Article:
Tree-planting is an important strategy for carbon capture across the globe wherever trees can be grown. Many of these landscapes have been substantially deforested by a mixture of human activity and natural processes over the last few thousand years, which has in turn altered the soils present, through erosion, weathering and changing land cover and land use. The history of woodland in a landscape with varied geology and topography, its composition, its interaction with human activity and climate, and its decline, provides important insights to inform decisions about future land management, but the post-woodland changes in soils properties present additional complications for tree restoration. Tree planting on some denuded soils on carbonate-rich bedrock might lead to initial net carbon release for decades or centuries due to increased breakdown of the bedrock by roots and by the acidity of woodland soil forming processes, until the system matures and bedrock burial along with soil carbon storage shifts the system to net carbon storage.
The soil at a site is the product of the climate, the relief, the substrate, the landcover and biota present, and time since soil formation began, but our understanding of soil formation trajectories is largely based on studies of a few decades or extrapolation from “natural experiments” e.g. glacial retreat time sequences. Pollen analysis datasets enable us to reconstruct past land cover over thousands of years in increasingly quantitative ways (e.g. Bunting et al. 2018; Serge et al. 2023), and recent developments show that plant functional traits can be applied to palaeoecological data to reconstruct major soil properties and their temporal dynamics (e.g. Kunes et al. 2011; Brown et al 2023). This project will combine these approaches to reconstruct the dynamics of both woodland and soil in a case study area, the Northern Forest zone in Northern England.
In the north of England, soil formation began at the end of the last ice age, and relief and substrate have been effectively constant over that time period but are both highly varied in space. Landcover however has been dynamic, and the intervention of humans means that different areas were deforested at different points in time, and some may have escaped it althogether as they still support ancient woodland which seems to have been present for hundreds or even thousands of years. This makes it an excellent study area for exploring the long term trajectories of soils in the temperate deciuous forest zoneand the extent to which studying past and present woodland can effectively inform planning for planting new woodlands appropriate for the soils and climates. The proposed Northern Forest region offers potential for effective collaboration and application of findings.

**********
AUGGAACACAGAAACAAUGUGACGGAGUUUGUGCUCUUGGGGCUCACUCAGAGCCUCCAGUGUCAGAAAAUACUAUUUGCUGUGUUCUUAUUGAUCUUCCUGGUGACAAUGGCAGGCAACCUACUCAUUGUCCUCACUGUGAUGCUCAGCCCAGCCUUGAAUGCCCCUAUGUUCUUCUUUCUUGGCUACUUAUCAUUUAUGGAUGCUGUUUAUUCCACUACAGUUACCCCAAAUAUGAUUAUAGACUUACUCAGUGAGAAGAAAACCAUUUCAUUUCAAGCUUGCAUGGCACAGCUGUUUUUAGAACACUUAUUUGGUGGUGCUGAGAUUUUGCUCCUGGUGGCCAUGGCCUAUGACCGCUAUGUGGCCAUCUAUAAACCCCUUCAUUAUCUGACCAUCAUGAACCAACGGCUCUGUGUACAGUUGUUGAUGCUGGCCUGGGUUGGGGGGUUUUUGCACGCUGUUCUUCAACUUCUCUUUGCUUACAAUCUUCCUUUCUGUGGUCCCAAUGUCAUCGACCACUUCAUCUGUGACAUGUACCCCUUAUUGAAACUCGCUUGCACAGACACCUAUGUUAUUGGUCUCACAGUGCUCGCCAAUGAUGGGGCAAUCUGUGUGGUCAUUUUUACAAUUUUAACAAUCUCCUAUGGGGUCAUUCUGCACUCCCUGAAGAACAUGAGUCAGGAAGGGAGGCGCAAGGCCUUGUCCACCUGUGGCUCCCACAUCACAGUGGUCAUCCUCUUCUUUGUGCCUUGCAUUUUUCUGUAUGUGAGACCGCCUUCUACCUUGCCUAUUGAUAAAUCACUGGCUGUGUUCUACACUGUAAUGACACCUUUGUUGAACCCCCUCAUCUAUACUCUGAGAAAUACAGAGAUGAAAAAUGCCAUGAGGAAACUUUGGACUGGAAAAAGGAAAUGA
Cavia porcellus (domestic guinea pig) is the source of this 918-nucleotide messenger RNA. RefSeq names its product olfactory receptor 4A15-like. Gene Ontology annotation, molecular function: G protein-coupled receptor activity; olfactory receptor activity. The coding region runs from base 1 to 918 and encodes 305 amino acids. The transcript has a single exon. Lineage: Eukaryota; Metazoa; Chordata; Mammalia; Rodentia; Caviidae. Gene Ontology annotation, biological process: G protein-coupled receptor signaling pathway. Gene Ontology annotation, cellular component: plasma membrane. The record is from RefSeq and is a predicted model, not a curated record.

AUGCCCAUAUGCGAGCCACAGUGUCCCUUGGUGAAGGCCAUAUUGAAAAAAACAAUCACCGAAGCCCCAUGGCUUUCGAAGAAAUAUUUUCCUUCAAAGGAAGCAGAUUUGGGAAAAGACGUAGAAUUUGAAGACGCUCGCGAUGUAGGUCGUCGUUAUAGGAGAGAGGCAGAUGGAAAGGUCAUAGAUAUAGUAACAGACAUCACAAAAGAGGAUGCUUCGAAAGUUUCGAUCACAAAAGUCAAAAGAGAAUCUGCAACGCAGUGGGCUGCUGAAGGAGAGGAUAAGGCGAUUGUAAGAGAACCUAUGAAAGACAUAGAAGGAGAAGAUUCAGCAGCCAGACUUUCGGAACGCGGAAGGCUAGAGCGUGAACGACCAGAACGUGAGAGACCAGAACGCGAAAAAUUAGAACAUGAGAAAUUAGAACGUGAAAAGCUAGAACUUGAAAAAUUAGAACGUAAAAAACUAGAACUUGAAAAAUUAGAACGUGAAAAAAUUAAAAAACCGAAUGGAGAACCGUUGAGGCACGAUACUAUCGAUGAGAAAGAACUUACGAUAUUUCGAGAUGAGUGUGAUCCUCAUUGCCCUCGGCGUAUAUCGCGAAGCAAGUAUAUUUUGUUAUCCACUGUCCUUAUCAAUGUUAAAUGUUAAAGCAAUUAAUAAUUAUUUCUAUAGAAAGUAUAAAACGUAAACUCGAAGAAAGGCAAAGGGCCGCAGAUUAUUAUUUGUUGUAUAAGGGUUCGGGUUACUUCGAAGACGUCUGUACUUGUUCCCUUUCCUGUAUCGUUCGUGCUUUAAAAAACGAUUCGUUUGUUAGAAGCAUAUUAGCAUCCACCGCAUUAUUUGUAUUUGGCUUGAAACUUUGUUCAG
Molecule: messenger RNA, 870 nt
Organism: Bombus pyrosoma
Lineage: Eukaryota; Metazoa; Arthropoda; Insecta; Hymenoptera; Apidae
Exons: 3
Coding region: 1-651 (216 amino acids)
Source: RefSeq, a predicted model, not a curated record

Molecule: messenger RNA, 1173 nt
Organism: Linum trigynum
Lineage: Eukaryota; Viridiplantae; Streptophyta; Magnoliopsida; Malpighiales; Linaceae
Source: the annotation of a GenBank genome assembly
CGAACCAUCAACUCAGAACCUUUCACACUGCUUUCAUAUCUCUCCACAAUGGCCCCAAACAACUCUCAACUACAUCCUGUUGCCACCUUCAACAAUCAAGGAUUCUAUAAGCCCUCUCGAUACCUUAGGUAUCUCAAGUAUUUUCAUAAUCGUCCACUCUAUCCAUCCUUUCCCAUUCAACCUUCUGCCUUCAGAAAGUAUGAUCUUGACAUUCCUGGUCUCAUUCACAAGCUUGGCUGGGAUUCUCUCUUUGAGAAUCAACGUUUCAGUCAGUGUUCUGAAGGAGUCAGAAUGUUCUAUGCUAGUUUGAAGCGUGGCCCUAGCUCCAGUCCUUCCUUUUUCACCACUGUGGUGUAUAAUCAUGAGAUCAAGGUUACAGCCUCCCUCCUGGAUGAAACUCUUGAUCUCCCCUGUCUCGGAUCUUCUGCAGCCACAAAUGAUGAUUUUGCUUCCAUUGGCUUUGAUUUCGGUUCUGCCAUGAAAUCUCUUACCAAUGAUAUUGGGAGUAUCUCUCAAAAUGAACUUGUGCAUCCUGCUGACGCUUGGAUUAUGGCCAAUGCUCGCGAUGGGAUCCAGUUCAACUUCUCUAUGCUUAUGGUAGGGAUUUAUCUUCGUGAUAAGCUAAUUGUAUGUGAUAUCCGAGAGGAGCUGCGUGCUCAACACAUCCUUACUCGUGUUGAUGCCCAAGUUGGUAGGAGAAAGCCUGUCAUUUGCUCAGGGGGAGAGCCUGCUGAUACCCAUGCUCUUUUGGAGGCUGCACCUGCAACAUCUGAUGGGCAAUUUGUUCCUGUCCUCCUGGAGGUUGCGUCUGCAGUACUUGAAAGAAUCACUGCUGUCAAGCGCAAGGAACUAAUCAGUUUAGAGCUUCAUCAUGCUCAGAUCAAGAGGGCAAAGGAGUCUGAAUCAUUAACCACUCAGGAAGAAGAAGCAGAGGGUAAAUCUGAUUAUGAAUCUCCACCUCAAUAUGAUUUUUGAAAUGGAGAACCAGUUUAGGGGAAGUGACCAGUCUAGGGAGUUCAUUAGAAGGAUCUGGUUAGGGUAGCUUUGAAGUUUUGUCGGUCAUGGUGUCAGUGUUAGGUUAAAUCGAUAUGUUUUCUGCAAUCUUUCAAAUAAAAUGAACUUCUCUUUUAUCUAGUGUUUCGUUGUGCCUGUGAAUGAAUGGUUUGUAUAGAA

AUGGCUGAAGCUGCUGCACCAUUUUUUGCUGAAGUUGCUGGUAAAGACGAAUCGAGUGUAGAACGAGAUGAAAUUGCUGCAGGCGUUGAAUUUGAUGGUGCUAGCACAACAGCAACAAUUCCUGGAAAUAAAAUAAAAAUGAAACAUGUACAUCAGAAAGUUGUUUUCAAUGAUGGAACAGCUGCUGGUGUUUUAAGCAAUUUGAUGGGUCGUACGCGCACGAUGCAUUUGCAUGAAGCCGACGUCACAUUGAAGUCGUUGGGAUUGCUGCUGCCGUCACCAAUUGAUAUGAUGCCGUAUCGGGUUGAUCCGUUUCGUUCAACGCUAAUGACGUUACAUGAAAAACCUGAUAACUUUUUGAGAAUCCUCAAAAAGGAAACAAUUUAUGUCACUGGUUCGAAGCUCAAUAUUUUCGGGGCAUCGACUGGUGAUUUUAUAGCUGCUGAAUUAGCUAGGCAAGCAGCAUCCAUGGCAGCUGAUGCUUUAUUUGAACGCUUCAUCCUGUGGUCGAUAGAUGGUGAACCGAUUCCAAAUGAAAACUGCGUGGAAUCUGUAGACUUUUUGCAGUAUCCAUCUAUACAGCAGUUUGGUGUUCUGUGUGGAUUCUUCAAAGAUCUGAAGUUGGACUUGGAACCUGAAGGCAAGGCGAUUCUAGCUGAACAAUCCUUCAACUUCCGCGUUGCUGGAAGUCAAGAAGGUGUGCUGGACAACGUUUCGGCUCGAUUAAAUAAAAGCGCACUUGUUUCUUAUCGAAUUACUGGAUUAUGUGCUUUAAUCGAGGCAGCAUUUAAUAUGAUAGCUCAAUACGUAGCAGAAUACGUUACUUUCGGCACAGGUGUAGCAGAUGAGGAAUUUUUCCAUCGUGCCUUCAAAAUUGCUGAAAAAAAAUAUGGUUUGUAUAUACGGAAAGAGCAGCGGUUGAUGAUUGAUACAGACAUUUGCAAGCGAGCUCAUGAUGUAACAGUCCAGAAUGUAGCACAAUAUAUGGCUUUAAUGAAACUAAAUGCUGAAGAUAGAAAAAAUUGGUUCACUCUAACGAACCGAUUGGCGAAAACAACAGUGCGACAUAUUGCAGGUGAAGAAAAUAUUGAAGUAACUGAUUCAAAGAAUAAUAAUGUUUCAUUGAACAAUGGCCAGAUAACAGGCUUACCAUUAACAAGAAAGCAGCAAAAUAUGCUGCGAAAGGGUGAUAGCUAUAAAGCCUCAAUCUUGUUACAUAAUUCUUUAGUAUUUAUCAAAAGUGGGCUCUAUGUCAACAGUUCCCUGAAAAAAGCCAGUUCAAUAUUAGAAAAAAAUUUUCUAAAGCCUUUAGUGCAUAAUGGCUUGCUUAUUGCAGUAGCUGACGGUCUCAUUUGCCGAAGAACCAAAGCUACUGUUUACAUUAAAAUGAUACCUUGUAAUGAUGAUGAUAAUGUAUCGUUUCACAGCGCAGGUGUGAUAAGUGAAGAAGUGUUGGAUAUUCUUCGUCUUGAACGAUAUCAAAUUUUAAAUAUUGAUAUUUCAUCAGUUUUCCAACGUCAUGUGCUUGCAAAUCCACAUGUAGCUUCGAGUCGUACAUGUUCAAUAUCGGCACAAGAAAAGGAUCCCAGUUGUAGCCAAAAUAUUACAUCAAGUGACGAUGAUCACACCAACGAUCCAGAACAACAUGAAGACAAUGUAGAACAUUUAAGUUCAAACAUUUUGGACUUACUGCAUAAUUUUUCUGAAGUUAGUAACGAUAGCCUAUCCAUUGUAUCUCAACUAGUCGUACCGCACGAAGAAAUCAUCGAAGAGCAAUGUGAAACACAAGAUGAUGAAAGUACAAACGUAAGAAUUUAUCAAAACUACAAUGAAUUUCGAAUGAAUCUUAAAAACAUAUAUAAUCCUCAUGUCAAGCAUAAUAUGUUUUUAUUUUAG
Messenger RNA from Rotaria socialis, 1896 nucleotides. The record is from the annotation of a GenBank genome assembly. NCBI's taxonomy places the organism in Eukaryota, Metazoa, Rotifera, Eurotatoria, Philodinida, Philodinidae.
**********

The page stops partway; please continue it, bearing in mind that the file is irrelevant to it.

The project student will use modern datasets of soil condition and land cover to validate a functional traits from pollen assemblages reconstruction approach in northern England. They will then collate extensive existing pollen record data across the Northern Forest region, and use them to generate a spatially explicit reconstruction of the dynamics of land cover and soil properties across the region over time. Comparison with PMIP model run palaeoclimate data and archaeological data bases will offer insights into controls on the observed dynamics, and exploring the amount and direction of soil change since deforestation across the varied landscape will be used to develop general recommendations for how to use present and past woodland data to plan for future woodlands most effectively – e.g. should present day soil be the only basis, or can surviving woodland fragments or reconstructions of woodland before humans cleared it give additional valuable information?
Brown, K.A., Bunting, M.J. et al. (2023) Trait-based approaches as ecological time machines: developing tools for reconstructing long-term variation in ecosystems. Functional Ecology
Bunting, M.J. et al. (2018) Maps from Mud – using the Multiple Scenario Approach to reconstruct land cover dynamics from pollen records: a case study of two Neolithic landscapes. Frontiers in Ecology and Evolution 6 article 36
Kuneš, P. et al. (2011), Soil phosphorus as a control of productivity and openness in temperate interglacial forest ecosystems. Journal of Biogeography, 38: 2150-2164.
Serge MA et al. 2023 Testing the Effect of Relative Pollen Productivity on the REVEALS Model: A Validated Reconstruction of Europe-Wide Holocene Vegetation. Land. 2023; 12(5):986.